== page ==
John Polkinghorne believes that prayer is more than just wishful thinking. He offers three observations to the contrary-- one scientific, one human, and one religious.
First, the scientific reason-- the world is not a predictable mechanism. The universe operates in a more subtle way than simply as a large always predictable clock. Polkinghorne offers the weather as an example as it is "incredibly complicated, in a way that makes it impossible to say exactly what will or will not make it rain next Saturday" (Quarks, Chaos, and Christianity, pp. 80-81). The smallest and most unpredictable events can have large consequences in our world and universe.
Second, the human reason-- "we didn't actually need modern science to tell us that it's not all mechanical, for we've always known-- as sure as we know anything-- that we are not automata" (p. 81).
Human beings truly have choice and the universe can act in random fashion. If human beings can truly act in a way that the future can remain open, then is it unreasonable to think that God can act in the midst of his creation as well?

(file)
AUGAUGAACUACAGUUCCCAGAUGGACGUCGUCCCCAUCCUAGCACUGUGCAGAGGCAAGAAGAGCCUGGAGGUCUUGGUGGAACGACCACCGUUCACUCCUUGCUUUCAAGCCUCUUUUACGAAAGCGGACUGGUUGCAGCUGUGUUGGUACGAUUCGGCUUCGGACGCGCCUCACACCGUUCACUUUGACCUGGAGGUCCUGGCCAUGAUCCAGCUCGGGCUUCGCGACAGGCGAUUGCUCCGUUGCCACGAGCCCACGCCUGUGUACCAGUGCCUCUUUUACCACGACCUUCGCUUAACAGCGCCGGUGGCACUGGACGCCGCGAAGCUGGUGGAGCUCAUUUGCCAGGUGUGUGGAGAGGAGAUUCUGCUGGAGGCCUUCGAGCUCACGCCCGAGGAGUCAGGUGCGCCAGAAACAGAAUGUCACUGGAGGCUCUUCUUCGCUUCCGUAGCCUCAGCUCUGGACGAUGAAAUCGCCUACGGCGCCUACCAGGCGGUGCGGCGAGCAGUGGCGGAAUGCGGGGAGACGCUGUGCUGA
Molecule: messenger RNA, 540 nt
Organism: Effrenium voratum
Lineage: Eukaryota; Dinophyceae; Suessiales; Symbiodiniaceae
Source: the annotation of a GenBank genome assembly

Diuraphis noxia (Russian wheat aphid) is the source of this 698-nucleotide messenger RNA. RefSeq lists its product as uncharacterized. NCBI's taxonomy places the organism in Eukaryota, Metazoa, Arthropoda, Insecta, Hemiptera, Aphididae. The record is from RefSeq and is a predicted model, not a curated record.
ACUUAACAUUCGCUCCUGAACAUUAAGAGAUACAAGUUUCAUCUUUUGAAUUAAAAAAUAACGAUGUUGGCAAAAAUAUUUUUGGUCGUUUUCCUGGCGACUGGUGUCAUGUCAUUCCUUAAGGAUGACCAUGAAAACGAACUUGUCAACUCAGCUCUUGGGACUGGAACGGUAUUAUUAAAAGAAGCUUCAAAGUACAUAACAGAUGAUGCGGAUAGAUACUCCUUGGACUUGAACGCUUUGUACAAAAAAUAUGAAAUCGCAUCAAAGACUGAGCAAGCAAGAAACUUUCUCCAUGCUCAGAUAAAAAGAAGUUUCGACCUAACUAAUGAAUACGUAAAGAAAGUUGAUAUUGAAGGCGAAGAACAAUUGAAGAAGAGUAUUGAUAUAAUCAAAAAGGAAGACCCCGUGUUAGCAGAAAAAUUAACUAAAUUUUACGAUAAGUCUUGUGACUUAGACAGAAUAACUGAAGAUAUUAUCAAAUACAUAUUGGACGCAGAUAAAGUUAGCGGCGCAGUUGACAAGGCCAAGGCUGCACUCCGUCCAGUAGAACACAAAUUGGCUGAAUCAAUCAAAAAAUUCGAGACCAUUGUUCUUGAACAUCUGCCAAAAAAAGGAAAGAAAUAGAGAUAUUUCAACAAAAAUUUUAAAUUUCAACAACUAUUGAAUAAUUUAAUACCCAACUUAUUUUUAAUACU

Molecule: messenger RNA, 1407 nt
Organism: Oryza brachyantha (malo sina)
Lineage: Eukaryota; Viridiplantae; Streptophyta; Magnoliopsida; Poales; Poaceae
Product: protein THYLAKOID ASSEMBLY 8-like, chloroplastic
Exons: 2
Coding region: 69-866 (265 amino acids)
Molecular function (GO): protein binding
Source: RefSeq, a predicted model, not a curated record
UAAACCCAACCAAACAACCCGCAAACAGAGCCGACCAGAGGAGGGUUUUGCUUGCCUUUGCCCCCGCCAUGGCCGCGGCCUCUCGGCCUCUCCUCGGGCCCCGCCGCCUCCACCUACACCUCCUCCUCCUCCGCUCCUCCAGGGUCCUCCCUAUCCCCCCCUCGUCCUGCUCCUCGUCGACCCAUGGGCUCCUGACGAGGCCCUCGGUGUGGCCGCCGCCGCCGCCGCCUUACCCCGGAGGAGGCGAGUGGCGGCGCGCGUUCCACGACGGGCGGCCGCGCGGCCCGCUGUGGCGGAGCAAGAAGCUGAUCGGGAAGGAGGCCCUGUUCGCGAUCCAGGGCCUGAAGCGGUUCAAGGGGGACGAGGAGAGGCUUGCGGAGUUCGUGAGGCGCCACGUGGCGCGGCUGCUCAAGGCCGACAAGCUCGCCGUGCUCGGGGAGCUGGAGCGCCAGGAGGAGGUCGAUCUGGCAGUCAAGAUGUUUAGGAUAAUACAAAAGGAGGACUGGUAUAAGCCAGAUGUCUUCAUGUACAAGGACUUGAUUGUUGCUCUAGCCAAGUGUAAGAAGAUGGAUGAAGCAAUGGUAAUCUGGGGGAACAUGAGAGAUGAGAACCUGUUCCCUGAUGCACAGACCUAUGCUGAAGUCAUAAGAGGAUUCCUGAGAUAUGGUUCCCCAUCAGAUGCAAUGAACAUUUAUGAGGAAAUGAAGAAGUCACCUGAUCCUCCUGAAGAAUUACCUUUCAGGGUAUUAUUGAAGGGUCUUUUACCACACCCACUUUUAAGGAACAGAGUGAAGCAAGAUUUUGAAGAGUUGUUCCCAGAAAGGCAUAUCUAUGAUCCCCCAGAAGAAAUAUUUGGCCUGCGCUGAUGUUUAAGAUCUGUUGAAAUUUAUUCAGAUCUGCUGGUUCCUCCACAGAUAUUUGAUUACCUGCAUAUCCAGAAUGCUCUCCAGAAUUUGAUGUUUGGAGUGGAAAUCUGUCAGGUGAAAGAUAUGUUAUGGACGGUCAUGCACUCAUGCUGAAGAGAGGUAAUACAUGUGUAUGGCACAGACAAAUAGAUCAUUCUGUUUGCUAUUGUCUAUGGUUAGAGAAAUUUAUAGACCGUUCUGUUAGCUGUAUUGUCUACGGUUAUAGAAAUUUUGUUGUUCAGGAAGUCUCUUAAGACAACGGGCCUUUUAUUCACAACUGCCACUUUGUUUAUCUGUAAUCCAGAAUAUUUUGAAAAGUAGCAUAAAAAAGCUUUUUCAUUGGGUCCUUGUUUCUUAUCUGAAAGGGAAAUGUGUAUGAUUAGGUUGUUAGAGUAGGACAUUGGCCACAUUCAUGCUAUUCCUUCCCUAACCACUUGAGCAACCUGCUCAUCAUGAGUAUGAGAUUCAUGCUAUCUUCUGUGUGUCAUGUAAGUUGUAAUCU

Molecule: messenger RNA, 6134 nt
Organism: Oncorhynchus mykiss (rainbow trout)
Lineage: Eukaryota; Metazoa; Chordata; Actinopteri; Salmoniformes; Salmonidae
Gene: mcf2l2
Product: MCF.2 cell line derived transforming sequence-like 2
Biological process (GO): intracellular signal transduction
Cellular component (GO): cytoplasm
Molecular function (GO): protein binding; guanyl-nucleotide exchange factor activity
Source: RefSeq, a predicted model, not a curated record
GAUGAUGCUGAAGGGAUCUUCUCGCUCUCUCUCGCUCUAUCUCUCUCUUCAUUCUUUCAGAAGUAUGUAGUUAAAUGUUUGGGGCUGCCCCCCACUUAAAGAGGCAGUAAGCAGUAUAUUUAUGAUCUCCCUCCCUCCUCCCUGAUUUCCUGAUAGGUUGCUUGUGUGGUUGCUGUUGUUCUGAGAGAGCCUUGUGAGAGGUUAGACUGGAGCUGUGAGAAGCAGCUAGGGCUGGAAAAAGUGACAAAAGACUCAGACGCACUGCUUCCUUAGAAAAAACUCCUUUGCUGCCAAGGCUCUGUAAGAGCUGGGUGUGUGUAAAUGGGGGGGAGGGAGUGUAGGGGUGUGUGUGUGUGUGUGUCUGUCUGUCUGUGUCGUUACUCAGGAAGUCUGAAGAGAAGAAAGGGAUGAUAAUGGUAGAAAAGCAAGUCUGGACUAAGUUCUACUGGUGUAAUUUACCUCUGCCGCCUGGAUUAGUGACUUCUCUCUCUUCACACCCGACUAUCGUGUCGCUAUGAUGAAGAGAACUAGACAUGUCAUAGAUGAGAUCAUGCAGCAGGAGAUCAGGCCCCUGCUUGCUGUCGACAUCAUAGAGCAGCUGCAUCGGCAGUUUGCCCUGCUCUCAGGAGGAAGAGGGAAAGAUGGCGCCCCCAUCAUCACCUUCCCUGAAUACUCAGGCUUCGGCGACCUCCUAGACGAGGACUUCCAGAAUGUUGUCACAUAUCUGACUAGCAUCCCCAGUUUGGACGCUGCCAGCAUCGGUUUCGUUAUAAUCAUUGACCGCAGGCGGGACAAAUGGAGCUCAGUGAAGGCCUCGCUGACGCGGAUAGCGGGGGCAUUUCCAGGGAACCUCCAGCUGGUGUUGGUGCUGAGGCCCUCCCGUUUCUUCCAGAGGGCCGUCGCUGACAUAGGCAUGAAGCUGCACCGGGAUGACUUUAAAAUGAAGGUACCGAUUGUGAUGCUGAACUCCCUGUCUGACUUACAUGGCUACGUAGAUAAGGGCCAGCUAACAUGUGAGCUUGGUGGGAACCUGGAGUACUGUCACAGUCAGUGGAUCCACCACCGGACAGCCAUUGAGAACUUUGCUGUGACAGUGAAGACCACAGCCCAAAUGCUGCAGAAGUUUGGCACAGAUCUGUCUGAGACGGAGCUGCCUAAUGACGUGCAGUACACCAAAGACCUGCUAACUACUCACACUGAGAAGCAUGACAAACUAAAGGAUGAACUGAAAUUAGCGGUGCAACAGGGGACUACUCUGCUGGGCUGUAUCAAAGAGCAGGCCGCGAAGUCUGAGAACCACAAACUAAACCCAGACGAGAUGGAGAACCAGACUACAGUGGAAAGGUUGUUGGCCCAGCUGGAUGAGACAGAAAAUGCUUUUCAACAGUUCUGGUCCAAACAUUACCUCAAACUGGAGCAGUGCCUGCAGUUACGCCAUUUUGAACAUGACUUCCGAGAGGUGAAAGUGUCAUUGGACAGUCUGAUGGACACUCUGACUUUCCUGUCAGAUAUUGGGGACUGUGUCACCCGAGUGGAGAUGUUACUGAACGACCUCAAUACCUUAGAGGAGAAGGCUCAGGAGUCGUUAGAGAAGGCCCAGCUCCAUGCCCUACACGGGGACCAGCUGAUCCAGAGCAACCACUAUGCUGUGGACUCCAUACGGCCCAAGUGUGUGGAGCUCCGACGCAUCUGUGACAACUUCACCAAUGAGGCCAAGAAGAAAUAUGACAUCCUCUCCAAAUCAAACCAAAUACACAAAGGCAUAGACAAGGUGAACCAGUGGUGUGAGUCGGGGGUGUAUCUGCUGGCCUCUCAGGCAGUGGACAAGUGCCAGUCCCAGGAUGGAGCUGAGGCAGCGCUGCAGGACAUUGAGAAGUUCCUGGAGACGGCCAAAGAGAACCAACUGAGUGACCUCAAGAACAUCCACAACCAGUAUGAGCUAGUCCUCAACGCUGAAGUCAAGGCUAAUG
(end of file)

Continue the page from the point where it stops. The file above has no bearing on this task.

Third, the religious reason-- Christianity, Judaism, and Islam all speak of God in personal terms. God is not a force or an abstract and impersonal higher power. Thus if God is personal and cares for his creation, does it not seem logical that God could and would act in it and also hear our prayers and respond? "The Creator is not just the God of the whole big show, but also the God of Abraham, Isaac, and Jacob, of you and me. Such a God must be able to do specific things. The laws of nature (which, after all, are themselves just general expressions of the will of the faithful Creator) cannot be such as to prevent divine interaction with creation" (pp. 81-82).
Polkinghorne will explore in greater detail the matter of uncertainty and predictability as a way of suggesting that God can and does answer prayer.
...in part 3.
Can a Scientist Pray? (Part 1: Introduction)